Item 4 – Resolution Approving Financing Plan for SMD 1, 2, and 3
The Superior Town Center Metro District 2 (SMD 2) would like to retire $25 million in existing debt, and issue another $70 million in Series 2019 bonds for debt in December. This liability would be paid first through Tax Increment Financing (TIF), then through the mill levies (taxes) assessed on the properties in this district – an increase of approximately 9 mills for the businesses already in this area, and resulting in a total tax levy of about 50 mills per home for residents in this area.
Our discussion centered around completion of the Marshall Road Bridge that will cross Parks 1 and 2; the developer stated that the abutments to the bridge should be done before building the parks, to avoid tearing up the newly built parks in order to build the bridge. Therefore, several members of our Board wanted assurance that this bridge would be built sooner rather than later. However, we were caught in a legal snafu, as the two lawyers said they could not write a condition on the fly to tie the bridge construction to the issuance of the bonds.
The developer agreed to write a separate agreement to build the bridge and have it be fully usable by the public by the end of 2021; however, we’d need to vote on the bond issuance in good faith before this agreement could be written. We went back and forth with the developer quite a bit, and in the end, the Board voted 5-2 to approve the financing plan, with Trustees Hammerly and Ryan as the “no” votes.
Item 5 – Public Hearing for Platting / FDPs for Blocks 4, 6, 7, 9, 10, 11, and Parcel K
Finally, we opened a public hearing to consider development on blocks 4, 6, 7, 9, 10, 11, and parcel K in downtown Superior.
The first sub-item on the agenda was consideration of an amendment to the zoning for blocks 5, 6, 9, and 10 – allowing commercial development within Parcel K, and establishing civic and flex zoning allowances along Promenade Drive. Specifically, the developer was requesting an option to allow “live / work” residential in blocks 6, 9, and 10 – where a small business owner could have a storefront facing the street, while living behind the storefront in the back of the building.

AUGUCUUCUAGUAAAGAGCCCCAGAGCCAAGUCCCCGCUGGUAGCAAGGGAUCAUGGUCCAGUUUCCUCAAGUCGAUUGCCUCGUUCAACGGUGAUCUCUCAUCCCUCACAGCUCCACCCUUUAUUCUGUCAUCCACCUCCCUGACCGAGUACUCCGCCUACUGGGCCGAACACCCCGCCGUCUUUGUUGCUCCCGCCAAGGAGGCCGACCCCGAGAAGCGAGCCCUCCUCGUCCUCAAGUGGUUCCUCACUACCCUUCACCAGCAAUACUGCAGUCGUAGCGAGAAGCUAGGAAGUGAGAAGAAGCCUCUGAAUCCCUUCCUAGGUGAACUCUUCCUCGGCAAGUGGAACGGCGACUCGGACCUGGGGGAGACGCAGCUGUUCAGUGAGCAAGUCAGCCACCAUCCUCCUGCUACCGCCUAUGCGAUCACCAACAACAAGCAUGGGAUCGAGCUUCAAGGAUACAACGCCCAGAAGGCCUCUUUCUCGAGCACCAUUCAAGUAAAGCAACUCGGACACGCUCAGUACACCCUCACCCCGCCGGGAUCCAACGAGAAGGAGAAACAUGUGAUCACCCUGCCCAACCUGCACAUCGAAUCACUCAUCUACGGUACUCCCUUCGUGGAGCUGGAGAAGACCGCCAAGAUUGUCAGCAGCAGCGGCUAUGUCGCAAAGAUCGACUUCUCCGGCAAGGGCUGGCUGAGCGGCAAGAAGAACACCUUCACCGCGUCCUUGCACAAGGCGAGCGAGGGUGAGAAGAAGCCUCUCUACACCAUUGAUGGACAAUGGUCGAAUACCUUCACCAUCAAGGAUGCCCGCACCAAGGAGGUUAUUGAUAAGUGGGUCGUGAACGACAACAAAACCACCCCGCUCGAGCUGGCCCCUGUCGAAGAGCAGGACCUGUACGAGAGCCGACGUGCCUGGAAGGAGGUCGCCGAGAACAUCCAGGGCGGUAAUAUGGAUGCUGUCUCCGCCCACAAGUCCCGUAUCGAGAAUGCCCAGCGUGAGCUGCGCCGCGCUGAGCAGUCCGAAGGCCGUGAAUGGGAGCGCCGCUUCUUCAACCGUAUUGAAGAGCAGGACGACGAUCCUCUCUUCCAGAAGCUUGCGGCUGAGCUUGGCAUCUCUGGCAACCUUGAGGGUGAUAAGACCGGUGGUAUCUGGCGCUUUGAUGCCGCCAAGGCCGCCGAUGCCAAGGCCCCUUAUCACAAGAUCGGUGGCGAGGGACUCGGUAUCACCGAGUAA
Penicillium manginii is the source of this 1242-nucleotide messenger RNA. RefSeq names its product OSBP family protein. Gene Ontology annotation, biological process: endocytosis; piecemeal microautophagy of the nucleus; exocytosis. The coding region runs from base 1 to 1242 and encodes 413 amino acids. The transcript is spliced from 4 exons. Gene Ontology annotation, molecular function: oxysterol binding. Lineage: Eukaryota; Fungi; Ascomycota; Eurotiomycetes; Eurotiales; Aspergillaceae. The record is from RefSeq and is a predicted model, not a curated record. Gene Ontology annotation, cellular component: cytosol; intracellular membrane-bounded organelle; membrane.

I kicked off the discussion by asking about this live-work designation – where has this been successful? As I stated in the meeting, I’ve seen a lot of vacant live-work spaces throughout Colorado, and I’m reluctant to bring more potential residential into what is supposed to be our retail core of downtown. The developer noted that the potential live-work zoning is actually far less preferable for him than full retail (live-work would only rent for half the price of traditional retail), and said his only reason for requesting the zoning change is because investors are requiring it as a backup plan in case retail is unsuccessful.
We had a lengthy discussion about the options for parking in the area. There will need to be a mix of public and private parking to accommodate the residential and retail in this area; however, we are lacking details on exactly who can park where and how those parking restrictions can be enforced. While the developer pointed out that parking policies / procedures will need to change as the community builds out and matures, I asked the developer to come back to our next meeting with at least what an initial plan might look like, so we can react to that. Furthermore, while I pointed out that I appreciate the idea of doing parking / traffic audits to see if our initial assumptions were correct, there was no procedure outlined for what we do if those audits turn up a problem; I asked the developer to come back with a more comprehensive set of next steps we’d take in that scenario.
The public hearing will be continued at our next meeting on Monday, December 9th; I would invite you to join us to share your comments at the meeting, or email them as part of the public record by sending them to email@example.com and copying firstname.lastname@example.org.
Thank you so much for taking the time to read / listen to this recap – I hope it is helpful! Our Board is always open to hearing your comments, questions, and concerns – you may always email your feedback to email@example.com, or to me specifically at firstname.lastname@example.org. As a reminder, any messages sent to a government email are part of the public record and will have your name attached; if you feel the need to write in anonymously, you may always comment at the bottom of my blog post recaps.